http://www.northcarolinarepublicans.org

or http://tinyurl.com/ye53va for the video.

Republican Commando


C-bee1
2006-10-31 03:01:34 EST

"Bob Kolker" <nowhere@nowhere.com> wrote in message
news:4qndn0Fo43p6U2@individual.net...
> sanant0n@yahoo.com wrote:
> >
> > Bush kept America - by far the biggest emitter of carbon dioxide and
> > other gases blamed for global warming - out of the Kyoto international
> > treaty to reduce greenhouse gases, saying the pact would harm the U.S.
> > economy. The international agreement was reached in Kyoto, Japan, in
> > 1997 and expires in 2012.
>
> The Kyoto protocol was rejected by the Senate during the Clinton
> administration. Unless the Senate approves there is no treaty.
>
> Bob Kolker

Yep - repubs stopped it then, they're still stopping it.


>



Peter_Bjørn_Perlsø?=
2006-10-31 03:36:59 EST
<*n@yahoo.com> wrote:

>
> "It is not in doubt that, if the science is right, the consequences for
> our planet are literally disastrous," he said. "This disaster is not
> set to happen in some science fiction future many years ahead, but in
> our lifetime."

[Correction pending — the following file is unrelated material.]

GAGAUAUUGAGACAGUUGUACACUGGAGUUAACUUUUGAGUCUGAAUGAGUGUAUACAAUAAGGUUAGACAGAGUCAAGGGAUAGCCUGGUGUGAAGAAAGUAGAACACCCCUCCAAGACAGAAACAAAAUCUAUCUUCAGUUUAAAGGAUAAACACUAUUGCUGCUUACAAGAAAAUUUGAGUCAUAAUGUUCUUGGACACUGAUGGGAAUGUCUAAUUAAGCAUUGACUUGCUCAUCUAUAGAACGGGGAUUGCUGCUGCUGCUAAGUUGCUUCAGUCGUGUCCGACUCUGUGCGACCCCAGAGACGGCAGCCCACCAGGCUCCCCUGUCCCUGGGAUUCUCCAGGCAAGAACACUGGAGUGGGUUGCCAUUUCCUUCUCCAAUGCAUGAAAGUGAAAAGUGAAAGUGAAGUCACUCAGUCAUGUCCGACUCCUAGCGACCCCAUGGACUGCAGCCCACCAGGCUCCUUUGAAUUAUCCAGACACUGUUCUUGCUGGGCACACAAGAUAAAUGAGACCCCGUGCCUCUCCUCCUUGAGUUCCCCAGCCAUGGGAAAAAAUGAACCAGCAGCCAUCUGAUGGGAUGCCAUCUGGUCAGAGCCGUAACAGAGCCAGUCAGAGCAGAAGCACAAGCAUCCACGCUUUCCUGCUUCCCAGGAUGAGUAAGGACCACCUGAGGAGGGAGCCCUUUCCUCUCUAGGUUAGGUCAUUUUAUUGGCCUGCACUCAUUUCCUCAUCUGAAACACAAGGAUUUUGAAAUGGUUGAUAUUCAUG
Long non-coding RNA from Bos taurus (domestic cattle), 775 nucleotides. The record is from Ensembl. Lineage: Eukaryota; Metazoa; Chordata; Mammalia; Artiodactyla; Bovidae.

Sure, if a human lifetime is 100+ years...

--
regards , Peter B. P. - http://titancity.com/blog
http://markedspartiet.dk
http://macplanet.dk
http://siad.dk

Bob Kolker
2006-10-31 08:43:14 EST
c-bee1 wrote:
>
>
> Yep - repubs stopped it then, they're still stopping it.

And the Bushies had nothing to do with it. Moderate (so-called)
Republicans voted against it too.

Bob Kolker


ZigZag
2006-11-01 10:24:11 EST

"c-bee1" <c-bee1@insightbb.com> ha scritto nel messaggio
news:5I-dnT9-RKROn9rYnZ2dnUVZ_oOdnZ2d@insightbb.com...
>
> "Bob Kolker" <nowhere@nowhere.com> wrote in message
> news:4qndn0Fo43p6U2@individual.net...
> > sanant0n@yahoo.com wrote:
> > >
> > > Bush kept America - by far the biggest emitter of carbon dioxide and
> > > other gases blamed for global warming - out of the Kyoto international
> > > treaty to reduce greenhouse gases, saying the pact would harm the U.S.
> > > economy. The international agreement was reached in Kyoto, Japan, in